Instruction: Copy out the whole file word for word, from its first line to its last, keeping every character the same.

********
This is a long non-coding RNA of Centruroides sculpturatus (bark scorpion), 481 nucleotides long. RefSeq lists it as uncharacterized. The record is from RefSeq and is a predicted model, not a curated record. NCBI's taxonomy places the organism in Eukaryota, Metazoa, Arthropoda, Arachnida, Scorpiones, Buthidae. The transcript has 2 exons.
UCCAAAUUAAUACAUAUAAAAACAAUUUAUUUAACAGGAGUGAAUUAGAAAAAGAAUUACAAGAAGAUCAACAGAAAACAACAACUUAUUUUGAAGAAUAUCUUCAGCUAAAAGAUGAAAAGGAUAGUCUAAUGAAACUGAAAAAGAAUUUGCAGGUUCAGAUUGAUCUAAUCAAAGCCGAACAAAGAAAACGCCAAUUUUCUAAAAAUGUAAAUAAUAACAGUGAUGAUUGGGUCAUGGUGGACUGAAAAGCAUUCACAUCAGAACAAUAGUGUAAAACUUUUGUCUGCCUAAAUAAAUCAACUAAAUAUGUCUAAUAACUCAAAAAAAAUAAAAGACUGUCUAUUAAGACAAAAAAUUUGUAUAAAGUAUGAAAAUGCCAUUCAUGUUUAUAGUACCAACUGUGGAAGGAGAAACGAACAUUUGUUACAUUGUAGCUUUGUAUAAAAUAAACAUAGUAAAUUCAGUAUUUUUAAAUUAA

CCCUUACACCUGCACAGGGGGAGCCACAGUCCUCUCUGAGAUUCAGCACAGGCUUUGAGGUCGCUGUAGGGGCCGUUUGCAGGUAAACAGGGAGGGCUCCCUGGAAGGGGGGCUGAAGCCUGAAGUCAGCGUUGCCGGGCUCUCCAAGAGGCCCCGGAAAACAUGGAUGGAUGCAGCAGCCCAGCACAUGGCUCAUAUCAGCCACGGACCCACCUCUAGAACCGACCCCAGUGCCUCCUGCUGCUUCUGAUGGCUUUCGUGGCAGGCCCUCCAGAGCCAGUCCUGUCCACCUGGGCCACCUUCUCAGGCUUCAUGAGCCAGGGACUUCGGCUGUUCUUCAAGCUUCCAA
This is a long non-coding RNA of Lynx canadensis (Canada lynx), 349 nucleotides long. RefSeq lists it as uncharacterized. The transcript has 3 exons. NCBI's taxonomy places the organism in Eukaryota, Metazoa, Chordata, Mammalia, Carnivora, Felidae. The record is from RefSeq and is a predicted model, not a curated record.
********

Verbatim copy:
This is a long non-coding RNA of Centruroides sculpturatus (bark scorpion), 481 nucleotides long. RefSeq lists it as uncharacterized. The record is from RefSeq and is a predicted model, not a curated record. NCBI's taxonomy places the organism in Eukaryota, Metazoa, Arthropoda, Arachnida, Scorpiones, Buthidae. The transcript has 2 exons.
UCCAAAUUAAUACAUAUAAAAACAAUUUAUUUAACAGGAGUGAAUUAGAAAAAGAAUUACAAGAAGAUCAACAGAAAACAACAACUUAUUUUGAAGAAUAUCUUCAGCUAAAAGAUGAAAAGGAUAGUCUAAUGAAACUGAAAAAGAAUUUGCAGGUUCAGAUUGAUCUAAUCAAAGCCGAACAAAGAAAACGCCAAUUUUCUAAAAAUGUAAAUAAUAACAGUGAUGAUUGGGUCAUGGUGGACUGAAAAGCAUUCACAUCAGAACAAUAGUGUAAAACUUUUGUCUGCCUAAAUAAAUCAACUAAAUAUGUCUAAUAACUCAAAAAAAAUAAAAGACUGUCUAUUAAGACAAAAAAUUUGUAUAAAGUAUGAAAAUGCCAUUCAUGUUUAUAGUACCAACUGUGGAAGGAGAAACGAACAUUUGUUACAUUGUAGCUUUGUAUAAAAUAAACAUAGUAAAUUCAGUAUUUUUAAAUUAA

CCCUUACACCUGCACAGGGGGAGCCACAGUCCUCUCUGAGAUUCAGCACAGGCUUUGAGGUCGCUGUAGGGGCCGUUUGCAGGUAAACAGGGAGGGCUCCCUGGAAGGGGGGCUGAAGCCUGAAGUCAGCGUUGCCGGGCUCUCCAAGAGGCCCCGGAAAACAUGGAUGGAUGCAGCAGCCCAGCACAUGGCUCAUAUCAGCCACGGACCCACCUCUAGAACCGACCCCAGUGCCUCCUGCUGCUUCUGAUGGCUUUCGUGGCAGGCCCUCCAGAGCCAGUCCUGUCCACCUGGGCCACCUUCUCAGGCUUCAUGAGCCAGGGACUUCGGCUGUUCUUCAAGCUUCCAA
This is a long non-coding RNA of Lynx canadensis (Canada lynx), 349 nucleotides long. RefSeq lists it as uncharacterized. The transcript has 3 exons. NCBI's taxonomy places the organism in Eukaryota, Metazoa, Chordata, Mammalia, Carnivora, Felidae. The record is from RefSeq and is a predicted model, not a curated record.